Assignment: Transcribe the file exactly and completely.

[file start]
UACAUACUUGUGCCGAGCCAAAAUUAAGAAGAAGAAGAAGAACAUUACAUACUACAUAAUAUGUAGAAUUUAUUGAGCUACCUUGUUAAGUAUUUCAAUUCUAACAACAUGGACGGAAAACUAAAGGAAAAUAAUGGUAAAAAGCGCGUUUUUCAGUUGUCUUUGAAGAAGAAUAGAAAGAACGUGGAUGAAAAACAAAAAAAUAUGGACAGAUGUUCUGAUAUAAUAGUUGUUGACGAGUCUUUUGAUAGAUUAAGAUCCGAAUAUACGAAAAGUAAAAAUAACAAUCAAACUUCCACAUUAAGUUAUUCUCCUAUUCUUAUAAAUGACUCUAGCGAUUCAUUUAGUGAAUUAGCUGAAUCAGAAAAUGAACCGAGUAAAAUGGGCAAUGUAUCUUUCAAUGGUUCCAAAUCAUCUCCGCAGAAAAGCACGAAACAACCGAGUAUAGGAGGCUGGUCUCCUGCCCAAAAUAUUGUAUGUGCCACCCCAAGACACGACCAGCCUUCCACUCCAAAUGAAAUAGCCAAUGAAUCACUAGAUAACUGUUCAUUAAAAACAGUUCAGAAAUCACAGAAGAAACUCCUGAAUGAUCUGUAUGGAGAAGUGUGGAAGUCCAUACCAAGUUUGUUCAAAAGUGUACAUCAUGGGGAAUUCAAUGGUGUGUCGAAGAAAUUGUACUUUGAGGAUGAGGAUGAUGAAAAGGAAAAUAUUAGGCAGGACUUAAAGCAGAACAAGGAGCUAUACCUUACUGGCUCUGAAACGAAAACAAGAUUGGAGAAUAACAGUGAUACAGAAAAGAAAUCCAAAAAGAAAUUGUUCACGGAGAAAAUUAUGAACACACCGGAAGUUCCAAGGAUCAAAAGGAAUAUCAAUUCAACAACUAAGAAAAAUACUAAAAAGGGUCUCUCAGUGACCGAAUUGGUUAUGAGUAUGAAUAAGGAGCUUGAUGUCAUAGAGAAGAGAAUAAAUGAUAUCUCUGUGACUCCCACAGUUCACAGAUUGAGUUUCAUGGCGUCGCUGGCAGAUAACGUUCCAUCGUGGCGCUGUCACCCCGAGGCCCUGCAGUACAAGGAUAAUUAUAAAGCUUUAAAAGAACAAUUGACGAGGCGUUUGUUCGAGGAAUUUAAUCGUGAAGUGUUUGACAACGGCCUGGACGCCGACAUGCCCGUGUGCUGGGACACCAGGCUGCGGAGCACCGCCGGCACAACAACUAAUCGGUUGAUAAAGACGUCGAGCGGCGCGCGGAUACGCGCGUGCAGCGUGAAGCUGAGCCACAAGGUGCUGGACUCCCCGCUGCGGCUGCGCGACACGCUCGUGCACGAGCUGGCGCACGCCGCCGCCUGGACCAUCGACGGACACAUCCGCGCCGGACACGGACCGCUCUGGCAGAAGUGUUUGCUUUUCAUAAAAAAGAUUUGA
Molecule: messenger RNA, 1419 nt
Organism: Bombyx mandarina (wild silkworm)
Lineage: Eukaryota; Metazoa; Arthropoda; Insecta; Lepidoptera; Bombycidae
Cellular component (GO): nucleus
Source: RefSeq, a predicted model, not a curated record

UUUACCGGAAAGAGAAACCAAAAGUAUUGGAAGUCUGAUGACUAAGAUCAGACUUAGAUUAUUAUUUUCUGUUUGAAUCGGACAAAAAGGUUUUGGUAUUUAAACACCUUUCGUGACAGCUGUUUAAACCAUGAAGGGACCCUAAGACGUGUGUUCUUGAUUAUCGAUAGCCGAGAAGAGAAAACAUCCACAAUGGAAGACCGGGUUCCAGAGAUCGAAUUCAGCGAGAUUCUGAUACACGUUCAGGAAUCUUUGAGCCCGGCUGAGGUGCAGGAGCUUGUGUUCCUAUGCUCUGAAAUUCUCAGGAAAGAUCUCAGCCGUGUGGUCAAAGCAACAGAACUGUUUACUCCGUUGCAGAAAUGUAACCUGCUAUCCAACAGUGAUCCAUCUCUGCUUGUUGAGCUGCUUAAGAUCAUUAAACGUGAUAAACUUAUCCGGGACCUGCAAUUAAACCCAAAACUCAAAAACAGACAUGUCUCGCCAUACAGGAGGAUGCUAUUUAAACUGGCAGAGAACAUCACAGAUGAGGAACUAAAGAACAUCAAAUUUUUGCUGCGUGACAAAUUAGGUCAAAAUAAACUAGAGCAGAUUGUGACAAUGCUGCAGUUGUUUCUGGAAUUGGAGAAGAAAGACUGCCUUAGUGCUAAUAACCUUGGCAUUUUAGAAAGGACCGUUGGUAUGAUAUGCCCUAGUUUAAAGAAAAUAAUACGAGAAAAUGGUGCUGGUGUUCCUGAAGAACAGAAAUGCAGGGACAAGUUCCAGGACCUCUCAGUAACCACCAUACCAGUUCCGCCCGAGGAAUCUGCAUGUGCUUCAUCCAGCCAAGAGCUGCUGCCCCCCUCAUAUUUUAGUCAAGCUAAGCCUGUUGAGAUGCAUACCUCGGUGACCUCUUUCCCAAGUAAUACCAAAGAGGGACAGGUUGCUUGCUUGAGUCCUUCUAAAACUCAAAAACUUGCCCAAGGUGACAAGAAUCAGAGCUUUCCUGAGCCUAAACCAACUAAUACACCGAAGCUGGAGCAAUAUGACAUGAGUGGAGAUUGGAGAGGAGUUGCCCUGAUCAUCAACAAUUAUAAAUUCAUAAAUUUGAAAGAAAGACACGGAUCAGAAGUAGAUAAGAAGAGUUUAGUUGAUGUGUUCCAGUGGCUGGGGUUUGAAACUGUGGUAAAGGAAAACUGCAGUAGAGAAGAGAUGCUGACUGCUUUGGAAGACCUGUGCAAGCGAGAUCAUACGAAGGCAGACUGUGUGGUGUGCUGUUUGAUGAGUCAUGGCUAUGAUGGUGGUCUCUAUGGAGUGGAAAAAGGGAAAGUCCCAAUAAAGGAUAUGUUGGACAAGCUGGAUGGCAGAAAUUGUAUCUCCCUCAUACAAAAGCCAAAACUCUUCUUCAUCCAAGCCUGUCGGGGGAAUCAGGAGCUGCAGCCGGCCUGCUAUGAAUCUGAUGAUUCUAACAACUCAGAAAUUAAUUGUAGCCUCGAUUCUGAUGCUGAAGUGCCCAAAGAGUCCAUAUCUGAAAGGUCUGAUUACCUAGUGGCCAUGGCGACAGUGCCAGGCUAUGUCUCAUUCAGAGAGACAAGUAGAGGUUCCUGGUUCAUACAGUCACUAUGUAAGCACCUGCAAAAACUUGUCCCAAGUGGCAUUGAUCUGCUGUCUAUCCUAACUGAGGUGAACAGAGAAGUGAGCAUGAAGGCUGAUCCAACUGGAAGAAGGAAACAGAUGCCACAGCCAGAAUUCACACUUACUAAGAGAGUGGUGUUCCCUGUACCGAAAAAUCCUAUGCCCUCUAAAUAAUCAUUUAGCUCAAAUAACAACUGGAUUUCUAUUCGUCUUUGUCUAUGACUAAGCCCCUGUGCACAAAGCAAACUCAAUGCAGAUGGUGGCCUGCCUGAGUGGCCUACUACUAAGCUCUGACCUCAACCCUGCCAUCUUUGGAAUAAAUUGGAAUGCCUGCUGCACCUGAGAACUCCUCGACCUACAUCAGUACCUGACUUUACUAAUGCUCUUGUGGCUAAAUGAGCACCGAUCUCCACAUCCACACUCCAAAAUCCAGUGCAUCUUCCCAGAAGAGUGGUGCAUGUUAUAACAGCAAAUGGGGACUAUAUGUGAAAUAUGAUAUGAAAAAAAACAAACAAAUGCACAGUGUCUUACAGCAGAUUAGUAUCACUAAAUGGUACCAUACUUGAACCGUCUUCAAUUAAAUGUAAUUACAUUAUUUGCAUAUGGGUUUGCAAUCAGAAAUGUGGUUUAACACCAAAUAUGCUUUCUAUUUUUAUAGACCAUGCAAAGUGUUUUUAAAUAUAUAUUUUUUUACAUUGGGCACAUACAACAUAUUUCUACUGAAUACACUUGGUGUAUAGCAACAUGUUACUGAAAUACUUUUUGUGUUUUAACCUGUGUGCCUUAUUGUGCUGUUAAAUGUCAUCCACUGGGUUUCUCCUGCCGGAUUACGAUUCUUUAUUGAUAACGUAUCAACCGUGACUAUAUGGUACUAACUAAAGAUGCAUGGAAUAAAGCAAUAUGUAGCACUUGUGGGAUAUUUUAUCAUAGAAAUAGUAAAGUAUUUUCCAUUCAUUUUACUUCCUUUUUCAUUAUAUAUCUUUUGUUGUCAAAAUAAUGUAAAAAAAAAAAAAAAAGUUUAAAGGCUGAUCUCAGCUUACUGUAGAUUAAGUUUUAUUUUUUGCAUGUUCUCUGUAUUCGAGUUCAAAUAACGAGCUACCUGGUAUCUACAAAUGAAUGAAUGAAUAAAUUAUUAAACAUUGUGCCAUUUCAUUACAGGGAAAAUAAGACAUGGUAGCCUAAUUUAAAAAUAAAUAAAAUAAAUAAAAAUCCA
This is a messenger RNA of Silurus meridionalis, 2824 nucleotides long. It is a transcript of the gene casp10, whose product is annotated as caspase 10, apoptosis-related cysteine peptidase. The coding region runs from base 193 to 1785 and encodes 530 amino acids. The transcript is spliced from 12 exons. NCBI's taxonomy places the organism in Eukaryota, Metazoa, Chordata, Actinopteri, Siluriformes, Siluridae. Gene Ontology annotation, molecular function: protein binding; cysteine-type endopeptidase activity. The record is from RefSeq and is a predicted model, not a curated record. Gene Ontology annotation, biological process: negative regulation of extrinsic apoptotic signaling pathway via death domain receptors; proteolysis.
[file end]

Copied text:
UACAUACUUGUGCCGAGCCAAAAUUAAGAAGAAGAAGAAGAACAUUACAUACUACAUAAUAUGUAGAAUUUAUUGAGCUACCUUGUUAAGUAUUUCAAUUCUAACAACAUGGACGGAAAACUAAAGGAAAAUAAUGGUAAAAAGCGCGUUUUUCAGUUGUCUUUGAAGAAGAAUAGAAAGAACGUGGAUGAAAAACAAAAAAAUAUGGACAGAUGUUCUGAUAUAAUAGUUGUUGACGAGUCUUUUGAUAGAUUAAGAUCCGAAUAUACGAAAAGUAAAAAUAACAAUCAAACUUCCACAUUAAGUUAUUCUCCUAUUCUUAUAAAUGACUCUAGCGAUUCAUUUAGUGAAUUAGCUGAAUCAGAAAAUGAACCGAGUAAAAUGGGCAAUGUAUCUUUCAAUGGUUCCAAAUCAUCUCCGCAGAAAAGCACGAAACAACCGAGUAUAGGAGGCUGGUCUCCUGCCCAAAAUAUUGUAUGUGCCACCCCAAGACACGACCAGCCUUCCACUCCAAAUGAAAUAGCCAAUGAAUCACUAGAUAACUGUUCAUUAAAAACAGUUCAGAAAUCACAGAAGAAACUCCUGAAUGAUCUGUAUGGAGAAGUGUGGAAGUCCAUACCAAGUUUGUUCAAAAGUGUACAUCAUGGGGAAUUCAAUGGUGUGUCGAAGAAAUUGUACUUUGAGGAUGAGGAUGAUGAAAAGGAAAAUAUUAGGCAGGACUUAAAGCAGAACAAGGAGCUAUACCUUACUGGCUCUGAAACGAAAACAAGAUUGGAGAAUAACAGUGAUACAGAAAAGAAAUCCAAAAAGAAAUUGUUCACGGAGAAAAUUAUGAACACACCGGAAGUUCCAAGGAUCAAAAGGAAUAUCAAUUCAACAACUAAGAAAAAUACUAAAAAGGGUCUCUCAGUGACCGAAUUGGUUAUGAGUAUGAAUAAGGAGCUUGAUGUCAUAGAGAAGAGAAUAAAUGAUAUCUCUGUGACUCCCACAGUUCACAGAUUGAGUUUCAUGGCGUCGCUGGCAGAUAACGUUCCAUCGUGGCGCUGUCACCCCGAGGCCCUGCAGUACAAGGAUAAUUAUAAAGCUUUAAAAGAACAAUUGACGAGGCGUUUGUUCGAGGAAUUUAAUCGUGAAGUGUUUGACAACGGCCUGGACGCCGACAUGCCCGUGUGCUGGGACACCAGGCUGCGGAGCACCGCCGGCACAACAACUAAUCGGUUGAUAAAGACGUCGAGCGGCGCGCGGAUACGCGCGUGCAGCGUGAAGCUGAGCCACAAGGUGCUGGACUCCCCGCUGCGGCUGCGCGACACGCUCGUGCACGAGCUGGCGCACGCCGCCGCCUGGACCAUCGACGGACACAUCCGCGCCGGACACGGACCGCUCUGGCAGAAGUGUUUGCUUUUCAUAAAAAAGAUUUGA
Molecule: messenger RNA, 1419 nt
Organism: Bombyx mandarina (wild silkworm)
Lineage: Eukaryota; Metazoa; Arthropoda; Insecta; Lepidoptera; Bombycidae
Cellular component (GO): nucleus
Source: RefSeq, a predicted model, not a curated record

UUUACCGGAAAGAGAAACCAAAAGUAUUGGAAGUCUGAUGACUAAGAUCAGACUUAGAUUAUUAUUUUCUGUUUGAAUCGGACAAAAAGGUUUUGGUAUUUAAACACCUUUCGUGACAGCUGUUUAAACCAUGAAGGGACCCUAAGACGUGUGUUCUUGAUUAUCGAUAGCCGAGAAGAGAAAACAUCCACAAUGGAAGACCGGGUUCCAGAGAUCGAAUUCAGCGAGAUUCUGAUACACGUUCAGGAAUCUUUGAGCCCGGCUGAGGUGCAGGAGCUUGUGUUCCUAUGCUCUGAAAUUCUCAGGAAAGAUCUCAGCCGUGUGGUCAAAGCAACAGAACUGUUUACUCCGUUGCAGAAAUGUAACCUGCUAUCCAACAGUGAUCCAUCUCUGCUUGUUGAGCUGCUUAAGAUCAUUAAACGUGAUAAACUUAUCCGGGACCUGCAAUUAAACCCAAAACUCAAAAACAGACAUGUCUCGCCAUACAGGAGGAUGCUAUUUAAACUGGCAGAGAACAUCACAGAUGAGGAACUAAAGAACAUCAAAUUUUUGCUGCGUGACAAAUUAGGUCAAAAUAAACUAGAGCAGAUUGUGACAAUGCUGCAGUUGUUUCUGGAAUUGGAGAAGAAAGACUGCCUUAGUGCUAAUAACCUUGGCAUUUUAGAAAGGACCGUUGGUAUGAUAUGCCCUAGUUUAAAGAAAAUAAUACGAGAAAAUGGUGCUGGUGUUCCUGAAGAACAGAAAUGCAGGGACAAGUUCCAGGACCUCUCAGUAACCACCAUACCAGUUCCGCCCGAGGAAUCUGCAUGUGCUUCAUCCAGCCAAGAGCUGCUGCCCCCCUCAUAUUUUAGUCAAGCUAAGCCUGUUGAGAUGCAUACCUCGGUGACCUCUUUCCCAAGUAAUACCAAAGAGGGACAGGUUGCUUGCUUGAGUCCUUCUAAAACUCAAAAACUUGCCCAAGGUGACAAGAAUCAGAGCUUUCCUGAGCCUAAACCAACUAAUACACCGAAGCUGGAGCAAUAUGACAUGAGUGGAGAUUGGAGAGGAGUUGCCCUGAUCAUCAACAAUUAUAAAUUCAUAAAUUUGAAAGAAAGACACGGAUCAGAAGUAGAUAAGAAGAGUUUAGUUGAUGUGUUCCAGUGGCUGGGGUUUGAAACUGUGGUAAAGGAAAACUGCAGUAGAGAAGAGAUGCUGACUGCUUUGGAAGACCUGUGCAAGCGAGAUCAUACGAAGGCAGACUGUGUGGUGUGCUGUUUGAUGAGUCAUGGCUAUGAUGGUGGUCUCUAUGGAGUGGAAAAAGGGAAAGUCCCAAUAAAGGAUAUGUUGGACAAGCUGGAUGGCAGAAAUUGUAUCUCCCUCAUACAAAAGCCAAAACUCUUCUUCAUCCAAGCCUGUCGGGGGAAUCAGGAGCUGCAGCCGGCCUGCUAUGAAUCUGAUGAUUCUAACAACUCAGAAAUUAAUUGUAGCCUCGAUUCUGAUGCUGAAGUGCCCAAAGAGUCCAUAUCUGAAAGGUCUGAUUACCUAGUGGCCAUGGCGACAGUGCCAGGCUAUGUCUCAUUCAGAGAGACAAGUAGAGGUUCCUGGUUCAUACAGUCACUAUGUAAGCACCUGCAAAAACUUGUCCCAAGUGGCAUUGAUCUGCUGUCUAUCCUAACUGAGGUGAACAGAGAAGUGAGCAUGAAGGCUGAUCCAACUGGAAGAAGGAAACAGAUGCCACAGCCAGAAUUCACACUUACUAAGAGAGUGGUGUUCCCUGUACCGAAAAAUCCUAUGCCCUCUAAAUAAUCAUUUAGCUCAAAUAACAACUGGAUUUCUAUUCGUCUUUGUCUAUGACUAAGCCCCUGUGCACAAAGCAAACUCAAUGCAGAUGGUGGCCUGCCUGAGUGGCCUACUACUAAGCUCUGACCUCAACCCUGCCAUCUUUGGAAUAAAUUGGAAUGCCUGCUGCACCUGAGAACUCCUCGACCUACAUCAGUACCUGACUUUACUAAUGCUCUUGUGGCUAAAUGAGCACCGAUCUCCACAUCCACACUCCAAAAUCCAGUGCAUCUUCCCAGAAGAGUGGUGCAUGUUAUAACAGCAAAUGGGGACUAUAUGUGAAAUAUGAUAUGAAAAAAAACAAACAAAUGCACAGUGUCUUACAGCAGAUUAGUAUCACUAAAUGGUACCAUACUUGAACCGUCUUCAAUUAAAUGUAAUUACAUUAUUUGCAUAUGGGUUUGCAAUCAGAAAUGUGGUUUAACACCAAAUAUGCUUUCUAUUUUUAUAGACCAUGCAAAGUGUUUUUAAAUAUAUAUUUUUUUACAUUGGGCACAUACAACAUAUUUCUACUGAAUACACUUGGUGUAUAGCAACAUGUUACUGAAAUACUUUUUGUGUUUUAACCUGUGUGCCUUAUUGUGCUGUUAAAUGUCAUCCACUGGGUUUCUCCUGCCGGAUUACGAUUCUUUAUUGAUAACGUAUCAACCGUGACUAUAUGGUACUAACUAAAGAUGCAUGGAAUAAAGCAAUAUGUAGCACUUGUGGGAUAUUUUAUCAUAGAAAUAGUAAAGUAUUUUCCAUUCAUUUUACUUCCUUUUUCAUUAUAUAUCUUUUGUUGUCAAAAUAAUGUAAAAAAAAAAAAAAAAGUUUAAAGGCUGAUCUCAGCUUACUGUAGAUUAAGUUUUAUUUUUUGCAUGUUCUCUGUAUUCGAGUUCAAAUAACGAGCUACCUGGUAUCUACAAAUGAAUGAAUGAAUAAAUUAUUAAACAUUGUGCCAUUUCAUUACAGGGAAAAUAAGACAUGGUAGCCUAAUUUAAAAAUAAAUAAAAUAAAUAAAAAUCCA
This is a messenger RNA of Silurus meridionalis, 2824 nucleotides long. It is a transcript of the gene casp10, whose product is annotated as caspase 10, apoptosis-related cysteine peptidase. The coding region runs from base 193 to 1785 and encodes 530 amino acids. The transcript is spliced from 12 exons. NCBI's taxonomy places the organism in Eukaryota, Metazoa, Chordata, Actinopteri, Siluriformes, Siluridae. Gene Ontology annotation, molecular function: protein binding; cysteine-type endopeptidase activity. The record is from RefSeq and is a predicted model, not a curated record. Gene Ontology annotation, biological process: negative regulation of extrinsic apoptotic signaling pathway via death domain receptors; proteolysis.